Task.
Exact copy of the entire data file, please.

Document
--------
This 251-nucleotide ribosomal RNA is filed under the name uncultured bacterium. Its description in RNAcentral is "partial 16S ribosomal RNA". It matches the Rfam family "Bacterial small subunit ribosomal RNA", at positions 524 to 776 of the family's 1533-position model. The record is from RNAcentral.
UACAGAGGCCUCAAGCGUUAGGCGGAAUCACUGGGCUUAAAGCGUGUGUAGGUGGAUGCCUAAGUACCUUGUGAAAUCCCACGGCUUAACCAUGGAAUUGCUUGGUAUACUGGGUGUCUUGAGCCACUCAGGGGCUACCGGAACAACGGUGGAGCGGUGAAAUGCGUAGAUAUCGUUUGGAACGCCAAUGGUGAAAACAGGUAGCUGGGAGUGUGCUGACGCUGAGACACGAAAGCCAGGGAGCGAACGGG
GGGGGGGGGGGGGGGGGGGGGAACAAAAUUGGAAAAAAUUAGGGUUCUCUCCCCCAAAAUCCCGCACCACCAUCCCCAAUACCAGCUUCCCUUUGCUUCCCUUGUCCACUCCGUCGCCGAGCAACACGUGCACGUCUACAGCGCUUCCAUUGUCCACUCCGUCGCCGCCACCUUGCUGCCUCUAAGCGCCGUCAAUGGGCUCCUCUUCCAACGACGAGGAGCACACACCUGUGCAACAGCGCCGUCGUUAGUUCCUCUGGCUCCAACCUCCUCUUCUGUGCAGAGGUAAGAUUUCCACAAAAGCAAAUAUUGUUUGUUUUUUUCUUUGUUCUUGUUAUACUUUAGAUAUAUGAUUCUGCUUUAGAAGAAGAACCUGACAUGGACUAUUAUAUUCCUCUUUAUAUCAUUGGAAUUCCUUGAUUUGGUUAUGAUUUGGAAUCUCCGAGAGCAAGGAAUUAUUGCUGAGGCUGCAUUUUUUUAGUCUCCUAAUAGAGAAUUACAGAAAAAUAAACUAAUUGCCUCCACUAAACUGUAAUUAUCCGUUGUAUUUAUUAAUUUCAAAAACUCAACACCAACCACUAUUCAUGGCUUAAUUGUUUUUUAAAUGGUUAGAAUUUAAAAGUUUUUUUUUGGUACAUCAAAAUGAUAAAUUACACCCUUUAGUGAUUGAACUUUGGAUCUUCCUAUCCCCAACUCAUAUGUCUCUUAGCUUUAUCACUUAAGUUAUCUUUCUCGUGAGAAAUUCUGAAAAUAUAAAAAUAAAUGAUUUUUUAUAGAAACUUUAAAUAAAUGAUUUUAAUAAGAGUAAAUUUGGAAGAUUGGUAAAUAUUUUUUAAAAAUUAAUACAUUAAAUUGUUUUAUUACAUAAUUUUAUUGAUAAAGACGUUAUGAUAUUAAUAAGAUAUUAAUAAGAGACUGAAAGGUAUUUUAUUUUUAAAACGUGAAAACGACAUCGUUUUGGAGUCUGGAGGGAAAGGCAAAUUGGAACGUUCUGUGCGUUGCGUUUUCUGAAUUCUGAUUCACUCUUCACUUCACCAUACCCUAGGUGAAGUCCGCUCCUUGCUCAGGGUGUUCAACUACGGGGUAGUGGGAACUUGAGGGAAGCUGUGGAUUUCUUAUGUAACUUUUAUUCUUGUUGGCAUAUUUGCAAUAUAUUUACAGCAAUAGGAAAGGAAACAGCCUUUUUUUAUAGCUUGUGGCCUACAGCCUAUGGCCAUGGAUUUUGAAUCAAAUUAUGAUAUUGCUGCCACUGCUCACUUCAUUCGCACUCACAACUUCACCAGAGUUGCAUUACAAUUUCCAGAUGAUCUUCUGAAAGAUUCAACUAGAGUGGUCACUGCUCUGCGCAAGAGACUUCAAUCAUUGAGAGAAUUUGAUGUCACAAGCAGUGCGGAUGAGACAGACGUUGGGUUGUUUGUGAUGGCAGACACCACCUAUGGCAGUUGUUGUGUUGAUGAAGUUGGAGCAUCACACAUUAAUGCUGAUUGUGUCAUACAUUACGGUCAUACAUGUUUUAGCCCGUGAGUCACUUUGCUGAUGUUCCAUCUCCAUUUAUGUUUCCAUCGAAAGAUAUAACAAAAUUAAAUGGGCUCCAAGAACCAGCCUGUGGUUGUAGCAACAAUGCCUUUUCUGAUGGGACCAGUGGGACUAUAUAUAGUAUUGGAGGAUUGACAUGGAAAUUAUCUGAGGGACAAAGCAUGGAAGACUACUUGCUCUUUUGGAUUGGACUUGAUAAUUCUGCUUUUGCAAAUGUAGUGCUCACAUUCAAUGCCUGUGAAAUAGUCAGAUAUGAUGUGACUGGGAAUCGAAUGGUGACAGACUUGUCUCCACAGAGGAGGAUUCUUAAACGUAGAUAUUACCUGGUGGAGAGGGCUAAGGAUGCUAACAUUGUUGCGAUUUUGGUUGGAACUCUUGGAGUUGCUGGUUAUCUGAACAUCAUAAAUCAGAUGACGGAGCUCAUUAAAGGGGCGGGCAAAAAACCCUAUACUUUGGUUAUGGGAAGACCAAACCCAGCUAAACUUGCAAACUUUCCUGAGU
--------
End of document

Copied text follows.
This 251-nucleotide ribosomal RNA is filed under the name uncultured bacterium. Its description in RNAcentral is "partial 16S ribosomal RNA". It matches the Rfam family "Bacterial small subunit ribosomal RNA", at positions 524 to 776 of the family's 1533-position model. The record is from RNAcentral.
UACAGAGGCCUCAAGCGUUAGGCGGAAUCACUGGGCUUAAAGCGUGUGUAGGUGGAUGCCUAAGUACCUUGUGAAAUCCCACGGCUUAACCAUGGAAUUGCUUGGUAUACUGGGUGUCUUGAGCCACUCAGGGGCUACCGGAACAACGGUGGAGCGGUGAAAUGCGUAGAUAUCGUUUGGAACGCCAAUGGUGAAAACAGGUAGCUGGGAGUGUGCUGACGCUGAGACACGAAAGCCAGGGAGCGAACGGG
GGGGGGGGGGGGGGGGGGGGGAACAAAAUUGGAAAAAAUUAGGGUUCUCUCCCCCAAAAUCCCGCACCACCAUCCCCAAUACCAGCUUCCCUUUGCUUCCCUUGUCCACUCCGUCGCCGAGCAACACGUGCACGUCUACAGCGCUUCCAUUGUCCACUCCGUCGCCGCCACCUUGCUGCCUCUAAGCGCCGUCAAUGGGCUCCUCUUCCAACGACGAGGAGCACACACCUGUGCAACAGCGCCGUCGUUAGUUCCUCUGGCUCCAACCUCCUCUUCUGUGCAGAGGUAAGAUUUCCACAAAAGCAAAUAUUGUUUGUUUUUUUCUUUGUUCUUGUUAUACUUUAGAUAUAUGAUUCUGCUUUAGAAGAAGAACCUGACAUGGACUAUUAUAUUCCUCUUUAUAUCAUUGGAAUUCCUUGAUUUGGUUAUGAUUUGGAAUCUCCGAGAGCAAGGAAUUAUUGCUGAGGCUGCAUUUUUUUAGUCUCCUAAUAGAGAAUUACAGAAAAAUAAACUAAUUGCCUCCACUAAACUGUAAUUAUCCGUUGUAUUUAUUAAUUUCAAAAACUCAACACCAACCACUAUUCAUGGCUUAAUUGUUUUUUAAAUGGUUAGAAUUUAAAAGUUUUUUUUUGGUACAUCAAAAUGAUAAAUUACACCCUUUAGUGAUUGAACUUUGGAUCUUCCUAUCCCCAACUCAUAUGUCUCUUAGCUUUAUCACUUAAGUUAUCUUUCUCGUGAGAAAUUCUGAAAAUAUAAAAAUAAAUGAUUUUUUAUAGAAACUUUAAAUAAAUGAUUUUAAUAAGAGUAAAUUUGGAAGAUUGGUAAAUAUUUUUUAAAAAUUAAUACAUUAAAUUGUUUUAUUACAUAAUUUUAUUGAUAAAGACGUUAUGAUAUUAAUAAGAUAUUAAUAAGAGACUGAAAGGUAUUUUAUUUUUAAAACGUGAAAACGACAUCGUUUUGGAGUCUGGAGGGAAAGGCAAAUUGGAACGUUCUGUGCGUUGCGUUUUCUGAAUUCUGAUUCACUCUUCACUUCACCAUACCCUAGGUGAAGUCCGCUCCUUGCUCAGGGUGUUCAACUACGGGGUAGUGGGAACUUGAGGGAAGCUGUGGAUUUCUUAUGUAACUUUUAUUCUUGUUGGCAUAUUUGCAAUAUAUUUACAGCAAUAGGAAAGGAAACAGCCUUUUUUUAUAGCUUGUGGCCUACAGCCUAUGGCCAUGGAUUUUGAAUCAAAUUAUGAUAUUGCUGCCACUGCUCACUUCAUUCGCACUCACAACUUCACCAGAGUUGCAUUACAAUUUCCAGAUGAUCUUCUGAAAGAUUCAACUAGAGUGGUCACUGCUCUGCGCAAGAGACUUCAAUCAUUGAGAGAAUUUGAUGUCACAAGCAGUGCGGAUGAGACAGACGUUGGGUUGUUUGUGAUGGCAGACACCACCUAUGGCAGUUGUUGUGUUGAUGAAGUUGGAGCAUCACACAUUAAUGCUGAUUGUGUCAUACAUUACGGUCAUACAUGUUUUAGCCCGUGAGUCACUUUGCUGAUGUUCCAUCUCCAUUUAUGUUUCCAUCGAAAGAUAUAACAAAAUUAAAUGGGCUCCAAGAACCAGCCUGUGGUUGUAGCAACAAUGCCUUUUCUGAUGGGACCAGUGGGACUAUAUAUAGUAUUGGAGGAUUGACAUGGAAAUUAUCUGAGGGACAAAGCAUGGAAGACUACUUGCUCUUUUGGAUUGGACUUGAUAAUUCUGCUUUUGCAAAUGUAGUGCUCACAUUCAAUGCCUGUGAAAUAGUCAGAUAUGAUGUGACUGGGAAUCGAAUGGUGACAGACUUGUCUCCACAGAGGAGGAUUCUUAAACGUAGAUAUUACCUGGUGGAGAGGGCUAAGGAUGCUAACAUUGUUGCGAUUUUGGUUGGAACUCUUGGAGUUGCUGGUUAUCUGAACAUCAUAAAUCAGAUGACGGAGCUCAUUAAAGGGGCGGGCAAAAAACCCUAUACUUUGGUUAUGGGAAGACCAAACCCAGCUAAACUUGCAAACUUUCCUGAGU